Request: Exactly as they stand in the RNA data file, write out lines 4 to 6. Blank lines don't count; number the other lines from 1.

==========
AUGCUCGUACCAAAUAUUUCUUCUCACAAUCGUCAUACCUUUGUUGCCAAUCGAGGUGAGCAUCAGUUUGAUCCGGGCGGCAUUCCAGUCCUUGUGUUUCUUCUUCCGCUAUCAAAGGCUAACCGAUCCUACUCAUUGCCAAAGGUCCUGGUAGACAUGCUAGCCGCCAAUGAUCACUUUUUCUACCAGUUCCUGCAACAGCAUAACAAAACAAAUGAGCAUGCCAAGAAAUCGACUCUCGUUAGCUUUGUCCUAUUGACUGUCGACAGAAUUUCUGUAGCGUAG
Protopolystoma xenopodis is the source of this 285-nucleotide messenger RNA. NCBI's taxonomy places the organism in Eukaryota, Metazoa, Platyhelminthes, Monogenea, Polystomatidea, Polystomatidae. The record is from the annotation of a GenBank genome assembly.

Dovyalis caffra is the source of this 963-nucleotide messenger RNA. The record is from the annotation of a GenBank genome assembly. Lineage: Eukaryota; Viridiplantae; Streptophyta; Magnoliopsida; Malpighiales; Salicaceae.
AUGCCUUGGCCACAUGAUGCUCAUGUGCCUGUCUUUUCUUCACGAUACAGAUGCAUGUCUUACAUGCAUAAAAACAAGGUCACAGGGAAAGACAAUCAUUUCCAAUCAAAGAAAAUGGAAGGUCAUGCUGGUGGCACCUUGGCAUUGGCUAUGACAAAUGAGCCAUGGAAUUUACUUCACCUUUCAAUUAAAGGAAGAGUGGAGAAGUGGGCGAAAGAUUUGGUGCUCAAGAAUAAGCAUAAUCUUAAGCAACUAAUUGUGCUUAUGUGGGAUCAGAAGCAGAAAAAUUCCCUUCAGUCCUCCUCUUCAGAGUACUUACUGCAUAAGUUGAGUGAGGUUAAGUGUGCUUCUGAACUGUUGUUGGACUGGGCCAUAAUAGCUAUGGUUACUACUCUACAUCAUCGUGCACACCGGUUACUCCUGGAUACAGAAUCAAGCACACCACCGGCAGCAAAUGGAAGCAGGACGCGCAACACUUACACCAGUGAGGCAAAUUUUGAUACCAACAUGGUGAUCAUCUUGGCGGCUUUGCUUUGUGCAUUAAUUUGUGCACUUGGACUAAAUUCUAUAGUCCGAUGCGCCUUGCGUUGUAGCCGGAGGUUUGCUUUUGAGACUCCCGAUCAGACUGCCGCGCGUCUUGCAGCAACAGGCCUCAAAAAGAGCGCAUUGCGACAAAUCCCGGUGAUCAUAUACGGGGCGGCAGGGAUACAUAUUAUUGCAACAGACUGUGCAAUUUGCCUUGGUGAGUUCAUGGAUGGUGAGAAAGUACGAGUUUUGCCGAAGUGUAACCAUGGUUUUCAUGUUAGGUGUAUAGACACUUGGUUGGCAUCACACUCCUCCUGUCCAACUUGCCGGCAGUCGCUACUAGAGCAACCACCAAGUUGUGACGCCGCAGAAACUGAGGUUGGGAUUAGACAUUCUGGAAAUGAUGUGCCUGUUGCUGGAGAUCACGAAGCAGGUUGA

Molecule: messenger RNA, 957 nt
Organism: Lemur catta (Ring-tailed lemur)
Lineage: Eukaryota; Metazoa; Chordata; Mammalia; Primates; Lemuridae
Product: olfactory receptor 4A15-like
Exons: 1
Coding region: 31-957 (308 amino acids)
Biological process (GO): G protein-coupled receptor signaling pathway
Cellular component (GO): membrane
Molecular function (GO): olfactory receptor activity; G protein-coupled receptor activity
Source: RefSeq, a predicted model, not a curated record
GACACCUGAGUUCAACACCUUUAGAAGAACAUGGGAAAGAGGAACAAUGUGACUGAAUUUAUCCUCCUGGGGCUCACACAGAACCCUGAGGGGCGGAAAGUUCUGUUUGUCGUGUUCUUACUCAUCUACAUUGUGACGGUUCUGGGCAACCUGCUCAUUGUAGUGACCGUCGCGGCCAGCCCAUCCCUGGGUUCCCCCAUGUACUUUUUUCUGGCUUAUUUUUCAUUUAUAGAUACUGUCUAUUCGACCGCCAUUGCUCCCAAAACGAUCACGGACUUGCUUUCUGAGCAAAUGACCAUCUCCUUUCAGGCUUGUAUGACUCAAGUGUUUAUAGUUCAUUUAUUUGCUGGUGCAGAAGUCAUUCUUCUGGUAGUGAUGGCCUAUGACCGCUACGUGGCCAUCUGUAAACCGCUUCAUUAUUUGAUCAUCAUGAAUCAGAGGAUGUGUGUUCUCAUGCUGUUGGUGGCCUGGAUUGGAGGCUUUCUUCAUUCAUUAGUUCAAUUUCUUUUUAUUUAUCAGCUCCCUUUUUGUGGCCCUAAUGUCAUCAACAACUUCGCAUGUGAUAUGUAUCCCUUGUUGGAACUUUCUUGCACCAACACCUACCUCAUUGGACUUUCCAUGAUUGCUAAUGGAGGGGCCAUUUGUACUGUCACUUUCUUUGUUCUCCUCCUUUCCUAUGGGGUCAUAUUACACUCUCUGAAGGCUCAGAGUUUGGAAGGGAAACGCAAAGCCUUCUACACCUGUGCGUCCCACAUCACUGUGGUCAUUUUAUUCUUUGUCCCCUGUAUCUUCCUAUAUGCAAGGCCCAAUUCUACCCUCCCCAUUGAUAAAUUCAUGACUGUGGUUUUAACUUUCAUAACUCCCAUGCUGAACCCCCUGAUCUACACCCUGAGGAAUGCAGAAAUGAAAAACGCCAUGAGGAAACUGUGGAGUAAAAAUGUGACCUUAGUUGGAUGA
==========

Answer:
AUGCCUUGGCCACAUGAUGCUCAUGUGCCUGUCUUUUCUUCACGAUACAGAUGCAUGUCUUACAUGCAUAAAAACAAGGUCACAGGGAAAGACAAUCAUUUCCAAUCAAAGAAAAUGGAAGGUCAUGCUGGUGGCACCUUGGCAUUGGCUAUGACAAAUGAGCCAUGGAAUUUACUUCACCUUUCAAUUAAAGGAAGAGUGGAGAAGUGGGCGAAAGAUUUGGUGCUCAAGAAUAAGCAUAAUCUUAAGCAACUAAUUGUGCUUAUGUGGGAUCAGAAGCAGAAAAAUUCCCUUCAGUCCUCCUCUUCAGAGUACUUACUGCAUAAGUUGAGUGAGGUUAAGUGUGCUUCUGAACUGUUGUUGGACUGGGCCAUAAUAGCUAUGGUUACUACUCUACAUCAUCGUGCACACCGGUUACUCCUGGAUACAGAAUCAAGCACACCACCGGCAGCAAAUGGAAGCAGGACGCGCAACACUUACACCAGUGAGGCAAAUUUUGAUACCAACAUGGUGAUCAUCUUGGCGGCUUUGCUUUGUGCAUUAAUUUGUGCACUUGGACUAAAUUCUAUAGUCCGAUGCGCCUUGCGUUGUAGCCGGAGGUUUGCUUUUGAGACUCCCGAUCAGACUGCCGCGCGUCUUGCAGCAACAGGCCUCAAAAAGAGCGCAUUGCGACAAAUCCCGGUGAUCAUAUACGGGGCGGCAGGGAUACAUAUUAUUGCAACAGACUGUGCAAUUUGCCUUGGUGAGUUCAUGGAUGGUGAGAAAGUACGAGUUUUGCCGAAGUGUAACCAUGGUUUUCAUGUUAGGUGUAUAGACACUUGGUUGGCAUCACACUCCUCCUGUCCAACUUGCCGGCAGUCGCUACUAGAGCAACCACCAAGUUGUGACGCCGCAGAAACUGAGGUUGGGAUUAGACAUUCUGGAAAUGAUGUGCCUGUUGCUGGAGAUCACGAAGCAGGUUGA

Molecule: messenger RNA, 957 nt
Organism: Lemur catta (Ring-tailed lemur)